Southern Justice Prevails Again
29th July 2013 · 0 Comments
The rights of young Black men to walk the streets, to live in a safe environment and exercise the privileges of American citizenry has been repealed. It’s not only a crime to drive while Black, it has now become a crime to be Black. If there was any hope of ridding the Black community of guns and other weapons, kiss that premise goodbye. Young Black men must be prepared to meet and defeat the George Zimmermans of the world.
America’s creed, “freedom and justice for all” exclude people of color. People of color were not represented on the George Zimmerman jury. The jury should have been made up of Trayvon Martin’s peers. No one on that jury could have or would have identified with Trayvon Martin. However they all identified with George Zimmerman. The world knows that George Zimmerman initiated the scuffle between himself and Trayvon Martin except the “Seminole Six.”
In March of 1857, 156 years and four months ago, the United States Supreme Court, led by Chief Justice Roger B. Taney, declared that all Blacks—slaves as well as free—were not and could never become citizens of the United States. The court also declared the 1820 Missouri Compromise unconstitutional, thus permitting slavery in all of the country’s territories.
The case before the court was that of Dred Scott v. Sanford. Dred Scott, a slave who had lived in the free state of Illinois and the free territory of Wisconsin before moving back to the slave state of Missouri, had appealed to the Supreme Court in hopes of being granted his freedom. Taney—a staunch supporter of slavery and intent on protecting southerners from northern aggression—wrote in the Court’s majority opinion that, because Scott was Black, he was not a citizen and therefore had no right to sue. The framers of the Constitution, he wrote, believed that Blacks “had no rights which the white man was bound to respect; and that the Negro might justly and lawfully be reduced to slavery for his benefit. He was bought and sold and treated as an ordinary article of merchandise and traffic, whenever profit could be made by it.” Referring to the language in the Declaration of Independence that includes the phrase, “all men are created equal,” Taney reasoned that “it is too clear for dispute, that the enslaved African race were not intended to be included, and formed no part of the people who framed and adopted this declaration”.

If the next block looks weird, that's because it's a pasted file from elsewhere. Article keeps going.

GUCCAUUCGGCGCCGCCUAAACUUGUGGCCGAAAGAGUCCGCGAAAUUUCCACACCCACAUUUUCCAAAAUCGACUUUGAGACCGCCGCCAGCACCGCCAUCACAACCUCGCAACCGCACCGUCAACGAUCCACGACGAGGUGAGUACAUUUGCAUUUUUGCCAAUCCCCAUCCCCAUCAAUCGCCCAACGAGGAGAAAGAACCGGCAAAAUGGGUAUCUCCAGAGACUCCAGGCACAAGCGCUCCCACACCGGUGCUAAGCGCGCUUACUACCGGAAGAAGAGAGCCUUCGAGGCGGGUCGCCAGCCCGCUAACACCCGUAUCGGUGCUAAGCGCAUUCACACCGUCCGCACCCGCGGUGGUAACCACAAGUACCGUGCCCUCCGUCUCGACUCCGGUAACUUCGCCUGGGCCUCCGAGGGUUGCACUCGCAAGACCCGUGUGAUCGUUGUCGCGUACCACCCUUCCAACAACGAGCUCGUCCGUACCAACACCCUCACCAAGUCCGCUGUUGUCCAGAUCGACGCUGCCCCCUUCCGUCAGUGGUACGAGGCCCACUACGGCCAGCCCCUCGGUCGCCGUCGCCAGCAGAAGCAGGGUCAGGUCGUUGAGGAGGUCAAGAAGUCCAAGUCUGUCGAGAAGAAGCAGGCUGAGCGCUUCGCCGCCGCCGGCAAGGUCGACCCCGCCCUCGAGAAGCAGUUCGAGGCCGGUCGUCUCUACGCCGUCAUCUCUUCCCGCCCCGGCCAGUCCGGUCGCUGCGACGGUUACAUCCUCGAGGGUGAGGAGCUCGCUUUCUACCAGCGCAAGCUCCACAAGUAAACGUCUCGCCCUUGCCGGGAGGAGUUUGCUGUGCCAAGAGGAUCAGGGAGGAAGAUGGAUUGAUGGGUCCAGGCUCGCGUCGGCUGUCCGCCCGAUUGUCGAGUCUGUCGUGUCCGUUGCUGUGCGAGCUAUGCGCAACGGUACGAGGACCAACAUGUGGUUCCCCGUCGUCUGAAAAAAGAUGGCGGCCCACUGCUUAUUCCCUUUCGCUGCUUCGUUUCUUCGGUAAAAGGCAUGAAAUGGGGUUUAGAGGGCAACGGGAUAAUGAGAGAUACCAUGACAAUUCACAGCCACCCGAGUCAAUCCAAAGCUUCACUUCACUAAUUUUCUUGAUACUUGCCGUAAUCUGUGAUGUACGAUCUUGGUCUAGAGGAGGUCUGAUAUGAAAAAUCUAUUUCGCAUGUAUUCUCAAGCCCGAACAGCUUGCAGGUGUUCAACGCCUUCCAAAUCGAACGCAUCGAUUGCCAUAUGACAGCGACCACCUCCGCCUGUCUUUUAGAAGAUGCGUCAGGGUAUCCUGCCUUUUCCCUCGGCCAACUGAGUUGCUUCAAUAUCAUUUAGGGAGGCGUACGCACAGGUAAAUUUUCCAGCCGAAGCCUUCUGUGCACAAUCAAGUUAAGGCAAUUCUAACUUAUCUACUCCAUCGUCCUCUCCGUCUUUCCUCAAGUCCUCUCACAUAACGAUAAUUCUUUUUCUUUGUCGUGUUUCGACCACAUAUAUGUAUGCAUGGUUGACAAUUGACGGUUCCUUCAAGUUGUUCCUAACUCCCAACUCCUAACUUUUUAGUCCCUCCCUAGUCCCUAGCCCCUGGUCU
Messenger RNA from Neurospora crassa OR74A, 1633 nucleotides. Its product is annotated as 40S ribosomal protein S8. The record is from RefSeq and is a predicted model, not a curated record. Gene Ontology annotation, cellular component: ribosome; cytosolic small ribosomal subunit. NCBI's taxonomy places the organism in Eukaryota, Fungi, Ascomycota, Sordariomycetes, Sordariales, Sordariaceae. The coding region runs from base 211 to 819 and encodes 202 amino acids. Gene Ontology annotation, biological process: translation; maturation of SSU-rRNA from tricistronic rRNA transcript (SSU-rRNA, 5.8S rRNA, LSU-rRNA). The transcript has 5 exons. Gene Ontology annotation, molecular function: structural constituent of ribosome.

In many respects this social attitude still exists today. We are looked upon by the Caucasian world as inferior, uneducated, and undeserving.
Sybrina Fulton, Trayvon’s mother is an educated graduate of FAMU and holds a responsible government job. Her older son Jahvaris is attending college at Florida International University, majoring in information technology. She lives in a modest home in a good neighborhood and is a good parent. Yet this is not apparent to the American society because she is Black and expected to be ignorant. Both Tracy Martin and Sybrina Fulton invested their time and love into their son. He was traveling with his dad the night he was murdered. So despite all the stereotypes, Black people do get married and divorced and have children from marriages. They can create homes with a nuclear family and with a caring father. They can live regular middle class lives that are directed by study, success, and stability.